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How to make Dutch clogs out of paper

Updated November 03, 2018

Whether you're a teacher looking to introduce your class to different cultures, or a parent who wants to broaden your child's understanding of the world, no project about the Netherlands would be complete without mentioning the Dutch clog. Made entirely of wood, this traditional workers' shoe has been a feature of Dutch culture for over 850 years. These clogs are designed to look like the traditional wooden clog, but are made of card or thick paper.

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  1. Make a pattern for your clogs from newspaper. Use the Heleen van Rossum template to help you (see Resources). Enlarge this by 200 percent to fit shoe size 4.5 and experiment for larger or smaller sizes. Don't worry about being precise, as the clogs will be held in place with elastic and are supposed to look quite chunky. Cut out the template with scissors.

  2. Select a sheet of card in your chosen colour. Trace your template onto the card and cut out twice. Use the same template for the left and right clog.

  3. Staple the back ends (short ends) together. This will form the heel area of the clog.

  4. Fold the tip of each clog to form the pointed front end. Secure with tape.

  5. Make a small hole on each side of the clog with the point of your scissors, in the approximate position shown on the template. Insert a piece of elastic through one hole and secure with a knot. Pull the elastic across the shoe to the other hole. The elastic will eventually fit under the heel of the child's shoe, so make it sufficiently tight. Push the elastic through the second hole and secure with a knot. Repeat for the second clog.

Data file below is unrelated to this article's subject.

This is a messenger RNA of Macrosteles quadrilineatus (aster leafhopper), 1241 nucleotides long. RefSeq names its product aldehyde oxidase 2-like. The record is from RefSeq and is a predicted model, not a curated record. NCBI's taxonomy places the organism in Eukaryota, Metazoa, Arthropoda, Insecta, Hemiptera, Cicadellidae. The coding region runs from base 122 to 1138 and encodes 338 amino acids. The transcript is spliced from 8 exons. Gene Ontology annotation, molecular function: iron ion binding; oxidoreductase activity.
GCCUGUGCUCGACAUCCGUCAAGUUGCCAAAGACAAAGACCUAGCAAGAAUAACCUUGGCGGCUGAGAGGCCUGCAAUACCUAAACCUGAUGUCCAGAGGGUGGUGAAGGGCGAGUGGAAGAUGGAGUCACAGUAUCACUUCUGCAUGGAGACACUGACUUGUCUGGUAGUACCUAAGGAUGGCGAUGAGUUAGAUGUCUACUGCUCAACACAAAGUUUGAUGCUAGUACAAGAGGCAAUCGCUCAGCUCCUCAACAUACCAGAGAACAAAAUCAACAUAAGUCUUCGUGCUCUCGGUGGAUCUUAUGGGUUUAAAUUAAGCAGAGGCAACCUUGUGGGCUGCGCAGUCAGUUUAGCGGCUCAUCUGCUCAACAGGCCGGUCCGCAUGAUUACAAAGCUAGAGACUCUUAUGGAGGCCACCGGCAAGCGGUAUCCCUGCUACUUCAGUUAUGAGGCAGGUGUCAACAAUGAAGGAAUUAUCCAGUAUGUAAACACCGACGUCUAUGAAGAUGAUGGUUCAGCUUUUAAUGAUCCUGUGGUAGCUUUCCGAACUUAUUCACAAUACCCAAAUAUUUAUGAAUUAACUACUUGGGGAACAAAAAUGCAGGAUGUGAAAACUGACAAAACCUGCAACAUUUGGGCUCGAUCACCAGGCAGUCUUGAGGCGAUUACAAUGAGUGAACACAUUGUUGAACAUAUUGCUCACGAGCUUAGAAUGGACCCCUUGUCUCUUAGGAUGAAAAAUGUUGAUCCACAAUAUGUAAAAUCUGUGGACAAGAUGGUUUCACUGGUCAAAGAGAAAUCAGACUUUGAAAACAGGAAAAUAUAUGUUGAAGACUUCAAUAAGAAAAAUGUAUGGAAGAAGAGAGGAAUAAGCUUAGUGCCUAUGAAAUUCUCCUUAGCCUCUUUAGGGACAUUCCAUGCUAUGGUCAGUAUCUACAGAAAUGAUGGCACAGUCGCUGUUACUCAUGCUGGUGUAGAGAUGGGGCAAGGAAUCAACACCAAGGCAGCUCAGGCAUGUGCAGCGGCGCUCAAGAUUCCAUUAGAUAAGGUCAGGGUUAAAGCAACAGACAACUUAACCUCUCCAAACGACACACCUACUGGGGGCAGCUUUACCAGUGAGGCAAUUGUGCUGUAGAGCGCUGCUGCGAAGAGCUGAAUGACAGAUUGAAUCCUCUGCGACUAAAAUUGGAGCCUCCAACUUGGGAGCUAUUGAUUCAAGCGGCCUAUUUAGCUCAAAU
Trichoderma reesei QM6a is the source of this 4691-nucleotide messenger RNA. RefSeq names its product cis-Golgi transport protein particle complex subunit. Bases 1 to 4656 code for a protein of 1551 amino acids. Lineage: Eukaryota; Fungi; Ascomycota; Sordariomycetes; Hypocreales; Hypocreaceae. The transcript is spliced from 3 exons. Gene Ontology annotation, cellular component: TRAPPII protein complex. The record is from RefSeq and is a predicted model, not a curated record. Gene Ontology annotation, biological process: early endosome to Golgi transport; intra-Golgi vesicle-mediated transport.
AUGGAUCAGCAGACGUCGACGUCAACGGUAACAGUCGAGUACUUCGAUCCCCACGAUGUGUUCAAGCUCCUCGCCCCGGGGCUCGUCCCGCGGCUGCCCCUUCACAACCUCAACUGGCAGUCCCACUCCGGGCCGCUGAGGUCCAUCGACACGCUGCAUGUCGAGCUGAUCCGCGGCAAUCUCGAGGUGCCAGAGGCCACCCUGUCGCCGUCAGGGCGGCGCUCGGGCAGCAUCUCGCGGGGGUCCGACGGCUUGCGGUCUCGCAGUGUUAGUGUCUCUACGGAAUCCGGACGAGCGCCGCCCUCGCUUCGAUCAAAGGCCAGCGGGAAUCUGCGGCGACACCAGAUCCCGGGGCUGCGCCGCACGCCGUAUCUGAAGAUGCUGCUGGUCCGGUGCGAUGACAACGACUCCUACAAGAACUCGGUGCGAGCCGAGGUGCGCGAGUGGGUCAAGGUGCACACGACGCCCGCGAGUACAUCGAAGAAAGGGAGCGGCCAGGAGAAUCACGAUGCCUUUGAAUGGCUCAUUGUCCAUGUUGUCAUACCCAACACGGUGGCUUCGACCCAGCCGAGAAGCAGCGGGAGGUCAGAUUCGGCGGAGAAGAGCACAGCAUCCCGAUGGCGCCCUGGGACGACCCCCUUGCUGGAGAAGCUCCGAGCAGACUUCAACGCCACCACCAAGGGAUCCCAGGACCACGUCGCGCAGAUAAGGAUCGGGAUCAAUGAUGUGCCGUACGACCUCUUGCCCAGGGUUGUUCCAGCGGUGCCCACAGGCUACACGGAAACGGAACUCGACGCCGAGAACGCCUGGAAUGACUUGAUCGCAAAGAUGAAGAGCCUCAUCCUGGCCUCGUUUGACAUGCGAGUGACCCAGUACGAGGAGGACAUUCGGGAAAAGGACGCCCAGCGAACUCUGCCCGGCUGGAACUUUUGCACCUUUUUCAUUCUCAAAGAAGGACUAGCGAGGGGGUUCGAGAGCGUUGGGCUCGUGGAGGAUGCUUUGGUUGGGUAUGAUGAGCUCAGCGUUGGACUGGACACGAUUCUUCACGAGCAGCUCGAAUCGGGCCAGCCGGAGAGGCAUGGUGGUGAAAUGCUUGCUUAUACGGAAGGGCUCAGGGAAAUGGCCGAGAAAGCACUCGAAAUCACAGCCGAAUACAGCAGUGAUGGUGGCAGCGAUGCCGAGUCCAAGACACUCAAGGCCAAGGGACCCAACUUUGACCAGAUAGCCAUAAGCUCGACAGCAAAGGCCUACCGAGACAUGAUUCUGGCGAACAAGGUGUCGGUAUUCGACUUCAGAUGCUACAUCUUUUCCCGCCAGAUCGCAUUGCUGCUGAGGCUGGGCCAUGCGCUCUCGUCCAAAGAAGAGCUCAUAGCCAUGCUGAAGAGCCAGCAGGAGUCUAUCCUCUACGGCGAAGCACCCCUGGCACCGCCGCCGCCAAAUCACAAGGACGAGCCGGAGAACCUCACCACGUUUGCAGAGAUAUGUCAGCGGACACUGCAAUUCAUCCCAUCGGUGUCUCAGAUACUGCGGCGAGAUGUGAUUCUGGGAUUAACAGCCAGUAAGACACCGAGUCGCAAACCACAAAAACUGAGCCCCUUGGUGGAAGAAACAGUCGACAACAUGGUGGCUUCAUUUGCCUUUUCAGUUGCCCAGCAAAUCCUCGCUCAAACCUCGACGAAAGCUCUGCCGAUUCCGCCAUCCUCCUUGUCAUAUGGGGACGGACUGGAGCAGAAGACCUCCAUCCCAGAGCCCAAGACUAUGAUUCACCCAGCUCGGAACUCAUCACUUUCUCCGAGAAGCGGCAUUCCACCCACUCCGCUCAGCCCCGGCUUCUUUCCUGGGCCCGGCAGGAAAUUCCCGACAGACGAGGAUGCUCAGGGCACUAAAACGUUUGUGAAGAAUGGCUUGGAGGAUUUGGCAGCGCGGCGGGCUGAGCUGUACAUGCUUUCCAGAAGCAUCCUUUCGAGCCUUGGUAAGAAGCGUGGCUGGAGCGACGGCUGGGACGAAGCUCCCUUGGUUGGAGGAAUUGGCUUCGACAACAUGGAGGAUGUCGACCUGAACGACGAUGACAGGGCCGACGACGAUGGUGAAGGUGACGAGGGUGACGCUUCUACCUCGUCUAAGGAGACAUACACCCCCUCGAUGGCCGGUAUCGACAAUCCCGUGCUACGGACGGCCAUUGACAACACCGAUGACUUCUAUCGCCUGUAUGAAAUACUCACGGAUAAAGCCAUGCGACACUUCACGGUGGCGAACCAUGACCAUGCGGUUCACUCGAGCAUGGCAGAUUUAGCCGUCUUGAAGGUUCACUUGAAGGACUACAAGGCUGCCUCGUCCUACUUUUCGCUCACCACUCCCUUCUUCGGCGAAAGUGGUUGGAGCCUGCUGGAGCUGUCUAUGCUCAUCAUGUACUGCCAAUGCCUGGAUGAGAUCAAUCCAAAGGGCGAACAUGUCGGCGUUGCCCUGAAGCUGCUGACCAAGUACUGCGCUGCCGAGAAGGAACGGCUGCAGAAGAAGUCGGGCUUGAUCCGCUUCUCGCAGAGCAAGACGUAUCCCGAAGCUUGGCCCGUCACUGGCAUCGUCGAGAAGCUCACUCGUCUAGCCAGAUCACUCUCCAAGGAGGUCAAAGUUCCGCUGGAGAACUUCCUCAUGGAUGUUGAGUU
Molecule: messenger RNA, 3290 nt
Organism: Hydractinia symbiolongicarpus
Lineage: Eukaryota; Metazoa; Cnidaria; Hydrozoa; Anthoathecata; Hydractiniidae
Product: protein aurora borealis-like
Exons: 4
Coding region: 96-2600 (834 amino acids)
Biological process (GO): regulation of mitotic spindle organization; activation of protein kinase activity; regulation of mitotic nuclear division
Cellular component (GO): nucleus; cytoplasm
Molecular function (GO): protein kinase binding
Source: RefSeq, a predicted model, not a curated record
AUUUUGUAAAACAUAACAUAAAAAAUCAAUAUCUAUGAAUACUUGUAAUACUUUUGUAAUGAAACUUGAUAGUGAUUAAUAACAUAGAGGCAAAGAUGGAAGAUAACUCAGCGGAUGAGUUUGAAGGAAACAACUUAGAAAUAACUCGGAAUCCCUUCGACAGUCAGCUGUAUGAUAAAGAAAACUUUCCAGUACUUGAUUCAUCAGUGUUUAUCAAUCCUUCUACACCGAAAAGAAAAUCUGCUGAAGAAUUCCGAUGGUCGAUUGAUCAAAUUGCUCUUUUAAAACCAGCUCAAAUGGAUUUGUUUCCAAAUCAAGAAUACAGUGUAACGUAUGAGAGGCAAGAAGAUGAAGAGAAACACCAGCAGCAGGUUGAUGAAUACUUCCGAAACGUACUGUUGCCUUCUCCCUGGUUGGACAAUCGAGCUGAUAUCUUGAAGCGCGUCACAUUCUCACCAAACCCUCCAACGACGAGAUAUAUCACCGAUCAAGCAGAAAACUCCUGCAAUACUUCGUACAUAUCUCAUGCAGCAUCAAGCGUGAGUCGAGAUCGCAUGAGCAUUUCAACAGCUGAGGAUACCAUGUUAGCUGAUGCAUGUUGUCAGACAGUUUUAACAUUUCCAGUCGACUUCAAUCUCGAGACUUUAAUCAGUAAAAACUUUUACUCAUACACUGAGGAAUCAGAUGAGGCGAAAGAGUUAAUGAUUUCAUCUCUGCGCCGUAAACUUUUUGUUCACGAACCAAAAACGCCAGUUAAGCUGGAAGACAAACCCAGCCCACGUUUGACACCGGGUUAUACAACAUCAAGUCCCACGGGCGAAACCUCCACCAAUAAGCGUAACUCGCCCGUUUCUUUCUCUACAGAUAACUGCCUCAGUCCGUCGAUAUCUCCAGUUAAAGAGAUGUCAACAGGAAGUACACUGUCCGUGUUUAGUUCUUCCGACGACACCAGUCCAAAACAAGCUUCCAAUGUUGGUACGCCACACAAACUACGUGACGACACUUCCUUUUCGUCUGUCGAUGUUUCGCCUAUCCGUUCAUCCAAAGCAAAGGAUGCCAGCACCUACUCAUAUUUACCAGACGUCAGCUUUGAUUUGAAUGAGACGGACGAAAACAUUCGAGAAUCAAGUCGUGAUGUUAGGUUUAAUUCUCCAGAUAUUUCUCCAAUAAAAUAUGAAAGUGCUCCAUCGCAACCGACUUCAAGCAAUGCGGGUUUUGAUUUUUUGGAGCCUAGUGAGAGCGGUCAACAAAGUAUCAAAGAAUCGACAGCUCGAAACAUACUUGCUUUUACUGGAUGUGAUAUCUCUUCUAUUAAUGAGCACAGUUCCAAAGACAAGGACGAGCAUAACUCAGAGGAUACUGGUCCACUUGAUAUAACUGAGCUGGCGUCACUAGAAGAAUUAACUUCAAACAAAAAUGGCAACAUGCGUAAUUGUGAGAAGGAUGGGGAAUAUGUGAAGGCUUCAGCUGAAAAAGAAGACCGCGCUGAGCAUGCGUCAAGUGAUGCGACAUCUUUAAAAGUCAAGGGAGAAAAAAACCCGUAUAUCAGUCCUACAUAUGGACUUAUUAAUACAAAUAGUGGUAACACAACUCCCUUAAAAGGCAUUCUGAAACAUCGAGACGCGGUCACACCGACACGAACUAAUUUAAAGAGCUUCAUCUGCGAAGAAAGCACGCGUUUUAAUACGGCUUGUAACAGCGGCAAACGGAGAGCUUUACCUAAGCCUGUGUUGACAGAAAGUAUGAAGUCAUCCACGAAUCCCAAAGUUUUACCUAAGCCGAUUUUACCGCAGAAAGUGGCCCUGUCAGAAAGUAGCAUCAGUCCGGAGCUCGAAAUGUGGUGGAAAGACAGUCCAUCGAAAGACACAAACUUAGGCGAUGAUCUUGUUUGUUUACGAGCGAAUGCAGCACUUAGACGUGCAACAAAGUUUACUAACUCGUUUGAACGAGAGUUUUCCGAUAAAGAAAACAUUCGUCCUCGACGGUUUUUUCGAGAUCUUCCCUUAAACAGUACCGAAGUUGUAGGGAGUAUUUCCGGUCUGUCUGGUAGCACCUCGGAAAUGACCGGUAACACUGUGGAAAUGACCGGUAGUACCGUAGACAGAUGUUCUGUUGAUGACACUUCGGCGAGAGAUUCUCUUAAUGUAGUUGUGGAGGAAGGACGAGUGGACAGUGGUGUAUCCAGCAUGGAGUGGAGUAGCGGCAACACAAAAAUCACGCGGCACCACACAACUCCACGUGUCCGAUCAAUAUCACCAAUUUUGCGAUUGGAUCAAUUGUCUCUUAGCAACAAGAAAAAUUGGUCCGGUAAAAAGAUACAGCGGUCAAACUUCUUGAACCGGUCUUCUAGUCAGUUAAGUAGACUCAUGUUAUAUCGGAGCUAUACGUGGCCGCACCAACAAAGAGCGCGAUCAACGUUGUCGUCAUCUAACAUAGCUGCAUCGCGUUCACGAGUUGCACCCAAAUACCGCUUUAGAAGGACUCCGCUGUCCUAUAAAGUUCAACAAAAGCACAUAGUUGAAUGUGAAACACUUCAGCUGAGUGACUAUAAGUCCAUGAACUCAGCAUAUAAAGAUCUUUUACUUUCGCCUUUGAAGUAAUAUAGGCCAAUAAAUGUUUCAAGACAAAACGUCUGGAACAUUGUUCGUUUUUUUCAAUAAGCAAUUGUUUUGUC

6. Take off your child's shoes. Place one paper clog on each foot, pulling them above the ankle. Have the child put his or her shoes back on. Now push the paper clogs gently down to cover the shoes.

  7. Secure each clog in place by pulling the elastic under the heel of the shoe.

  8. Tip

    Decorate your clog with traditional patterns using coloured pens, pencils and cut-out shapes.

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Things You'll Need

  • Newspaper
  • Thick paper or card (minimum 65 x 35cm)
  • Scissors
  • Tape
  • Stapler
  • Two pieces of thin elastic

About the Author

A former real estate lawyer, Jayne Thompson writes about law, business and corporate communications, drawing on 17 years’ experience in the legal sector. She holds a Bachelor of Laws from the University of Birmingham and a Masters in International Law from the University of East London.

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